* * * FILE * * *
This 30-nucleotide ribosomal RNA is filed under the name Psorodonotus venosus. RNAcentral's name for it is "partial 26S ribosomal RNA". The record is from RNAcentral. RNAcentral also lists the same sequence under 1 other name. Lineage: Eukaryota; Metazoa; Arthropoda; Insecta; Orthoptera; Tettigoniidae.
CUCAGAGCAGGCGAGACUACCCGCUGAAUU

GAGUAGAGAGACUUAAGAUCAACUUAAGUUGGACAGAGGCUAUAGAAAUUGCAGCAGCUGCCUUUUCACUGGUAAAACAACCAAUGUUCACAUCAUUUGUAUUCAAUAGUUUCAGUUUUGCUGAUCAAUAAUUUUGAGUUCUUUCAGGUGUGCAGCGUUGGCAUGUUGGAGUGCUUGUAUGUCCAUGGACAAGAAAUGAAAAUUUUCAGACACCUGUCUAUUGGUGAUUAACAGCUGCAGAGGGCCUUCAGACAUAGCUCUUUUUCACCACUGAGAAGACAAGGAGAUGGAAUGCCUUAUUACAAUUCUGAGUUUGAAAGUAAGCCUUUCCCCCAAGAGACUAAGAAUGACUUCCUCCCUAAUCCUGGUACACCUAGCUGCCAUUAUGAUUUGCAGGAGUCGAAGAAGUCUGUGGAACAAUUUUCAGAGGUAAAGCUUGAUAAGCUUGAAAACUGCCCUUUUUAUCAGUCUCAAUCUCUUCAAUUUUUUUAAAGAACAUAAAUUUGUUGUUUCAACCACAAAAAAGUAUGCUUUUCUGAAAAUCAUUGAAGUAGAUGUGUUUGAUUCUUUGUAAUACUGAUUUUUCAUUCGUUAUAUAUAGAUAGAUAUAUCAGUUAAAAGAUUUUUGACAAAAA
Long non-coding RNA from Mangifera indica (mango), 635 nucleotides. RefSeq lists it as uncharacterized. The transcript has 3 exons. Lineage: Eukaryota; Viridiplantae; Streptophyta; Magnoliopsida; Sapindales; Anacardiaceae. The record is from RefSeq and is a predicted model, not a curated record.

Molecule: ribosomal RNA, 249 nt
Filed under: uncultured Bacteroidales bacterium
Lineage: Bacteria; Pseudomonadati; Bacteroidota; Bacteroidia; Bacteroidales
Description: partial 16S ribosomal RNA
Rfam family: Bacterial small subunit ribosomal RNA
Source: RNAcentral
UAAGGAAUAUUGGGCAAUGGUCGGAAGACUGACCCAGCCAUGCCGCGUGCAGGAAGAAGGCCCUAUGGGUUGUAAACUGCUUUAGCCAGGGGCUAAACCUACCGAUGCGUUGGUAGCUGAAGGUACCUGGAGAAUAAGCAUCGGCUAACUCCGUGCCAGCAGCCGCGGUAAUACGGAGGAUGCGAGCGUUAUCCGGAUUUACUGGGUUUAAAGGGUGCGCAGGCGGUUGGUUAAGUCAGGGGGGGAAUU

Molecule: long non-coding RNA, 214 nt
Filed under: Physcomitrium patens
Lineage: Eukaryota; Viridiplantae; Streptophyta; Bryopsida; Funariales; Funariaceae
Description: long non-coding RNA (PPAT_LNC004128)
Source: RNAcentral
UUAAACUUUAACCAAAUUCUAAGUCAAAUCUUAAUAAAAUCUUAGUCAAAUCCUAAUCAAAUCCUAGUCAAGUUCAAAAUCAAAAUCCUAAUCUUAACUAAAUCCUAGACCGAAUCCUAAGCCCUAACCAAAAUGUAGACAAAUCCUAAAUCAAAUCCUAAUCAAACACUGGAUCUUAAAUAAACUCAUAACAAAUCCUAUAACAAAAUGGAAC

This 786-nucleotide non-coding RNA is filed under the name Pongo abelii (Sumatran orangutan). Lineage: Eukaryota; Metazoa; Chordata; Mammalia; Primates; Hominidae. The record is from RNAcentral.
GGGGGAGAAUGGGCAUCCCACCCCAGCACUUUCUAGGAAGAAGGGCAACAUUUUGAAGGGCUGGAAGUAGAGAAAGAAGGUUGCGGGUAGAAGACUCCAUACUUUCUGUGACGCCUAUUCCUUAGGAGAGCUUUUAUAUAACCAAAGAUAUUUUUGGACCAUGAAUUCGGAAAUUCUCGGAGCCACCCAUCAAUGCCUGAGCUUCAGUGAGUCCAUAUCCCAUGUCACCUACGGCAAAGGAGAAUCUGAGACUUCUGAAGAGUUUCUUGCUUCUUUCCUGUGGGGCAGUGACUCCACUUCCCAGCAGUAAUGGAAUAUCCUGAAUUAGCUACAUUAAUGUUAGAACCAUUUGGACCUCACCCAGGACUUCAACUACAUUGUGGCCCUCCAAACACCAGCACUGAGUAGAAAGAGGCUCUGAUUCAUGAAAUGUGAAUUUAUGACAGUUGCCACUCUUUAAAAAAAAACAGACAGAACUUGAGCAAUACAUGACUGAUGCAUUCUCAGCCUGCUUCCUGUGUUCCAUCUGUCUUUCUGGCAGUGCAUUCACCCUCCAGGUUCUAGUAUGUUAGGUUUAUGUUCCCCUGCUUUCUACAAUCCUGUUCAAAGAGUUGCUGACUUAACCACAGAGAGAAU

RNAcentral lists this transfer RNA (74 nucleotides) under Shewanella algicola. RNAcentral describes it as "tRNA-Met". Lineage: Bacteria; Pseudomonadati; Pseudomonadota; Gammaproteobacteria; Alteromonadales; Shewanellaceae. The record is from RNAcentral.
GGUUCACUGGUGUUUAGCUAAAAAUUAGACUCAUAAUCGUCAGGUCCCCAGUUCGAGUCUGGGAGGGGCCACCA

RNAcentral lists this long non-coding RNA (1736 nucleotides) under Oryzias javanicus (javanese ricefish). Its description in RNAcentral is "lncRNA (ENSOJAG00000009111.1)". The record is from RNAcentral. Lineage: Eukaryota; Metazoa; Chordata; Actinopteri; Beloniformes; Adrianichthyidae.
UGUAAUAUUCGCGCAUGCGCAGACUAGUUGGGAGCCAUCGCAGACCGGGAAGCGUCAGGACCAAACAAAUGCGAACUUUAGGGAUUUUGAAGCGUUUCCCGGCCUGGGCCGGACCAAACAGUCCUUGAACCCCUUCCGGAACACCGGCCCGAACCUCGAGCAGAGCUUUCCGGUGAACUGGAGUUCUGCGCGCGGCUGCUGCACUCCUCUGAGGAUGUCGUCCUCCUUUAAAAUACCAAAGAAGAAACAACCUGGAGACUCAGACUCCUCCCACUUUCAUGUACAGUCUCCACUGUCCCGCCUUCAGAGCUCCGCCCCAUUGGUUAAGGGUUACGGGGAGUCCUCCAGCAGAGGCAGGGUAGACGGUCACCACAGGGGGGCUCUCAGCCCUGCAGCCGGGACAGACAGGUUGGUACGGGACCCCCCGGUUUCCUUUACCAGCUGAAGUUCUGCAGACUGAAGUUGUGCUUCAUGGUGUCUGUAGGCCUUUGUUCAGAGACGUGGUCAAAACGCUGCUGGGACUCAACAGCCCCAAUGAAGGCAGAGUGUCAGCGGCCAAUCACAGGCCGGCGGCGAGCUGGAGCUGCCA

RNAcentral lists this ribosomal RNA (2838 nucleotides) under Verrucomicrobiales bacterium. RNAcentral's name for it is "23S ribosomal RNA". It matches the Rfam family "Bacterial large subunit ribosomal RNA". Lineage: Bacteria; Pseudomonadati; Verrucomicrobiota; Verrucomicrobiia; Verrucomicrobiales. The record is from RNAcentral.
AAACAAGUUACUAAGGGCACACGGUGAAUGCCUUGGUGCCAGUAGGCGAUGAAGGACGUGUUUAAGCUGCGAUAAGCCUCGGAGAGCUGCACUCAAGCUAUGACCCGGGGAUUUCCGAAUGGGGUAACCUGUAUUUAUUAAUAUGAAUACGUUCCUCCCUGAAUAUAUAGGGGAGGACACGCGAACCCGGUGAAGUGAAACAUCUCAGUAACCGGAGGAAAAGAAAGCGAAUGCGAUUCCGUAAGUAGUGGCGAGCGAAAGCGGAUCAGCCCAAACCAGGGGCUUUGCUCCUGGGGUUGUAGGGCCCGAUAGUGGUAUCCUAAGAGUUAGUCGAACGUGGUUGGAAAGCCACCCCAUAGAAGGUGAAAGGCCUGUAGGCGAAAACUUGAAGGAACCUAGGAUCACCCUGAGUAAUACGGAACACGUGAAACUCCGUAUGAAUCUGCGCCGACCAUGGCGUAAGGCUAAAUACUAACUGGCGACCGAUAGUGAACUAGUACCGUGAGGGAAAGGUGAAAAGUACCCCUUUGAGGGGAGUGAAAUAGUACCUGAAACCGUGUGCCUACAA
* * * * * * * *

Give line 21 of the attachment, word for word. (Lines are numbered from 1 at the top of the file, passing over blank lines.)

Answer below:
GGUUCACUGGUGUUUAGCUAAAAAUUAGACUCAUAAUCGUCAGGUCCCCAGUUCGAGUCUGGGAGGGGCCACCA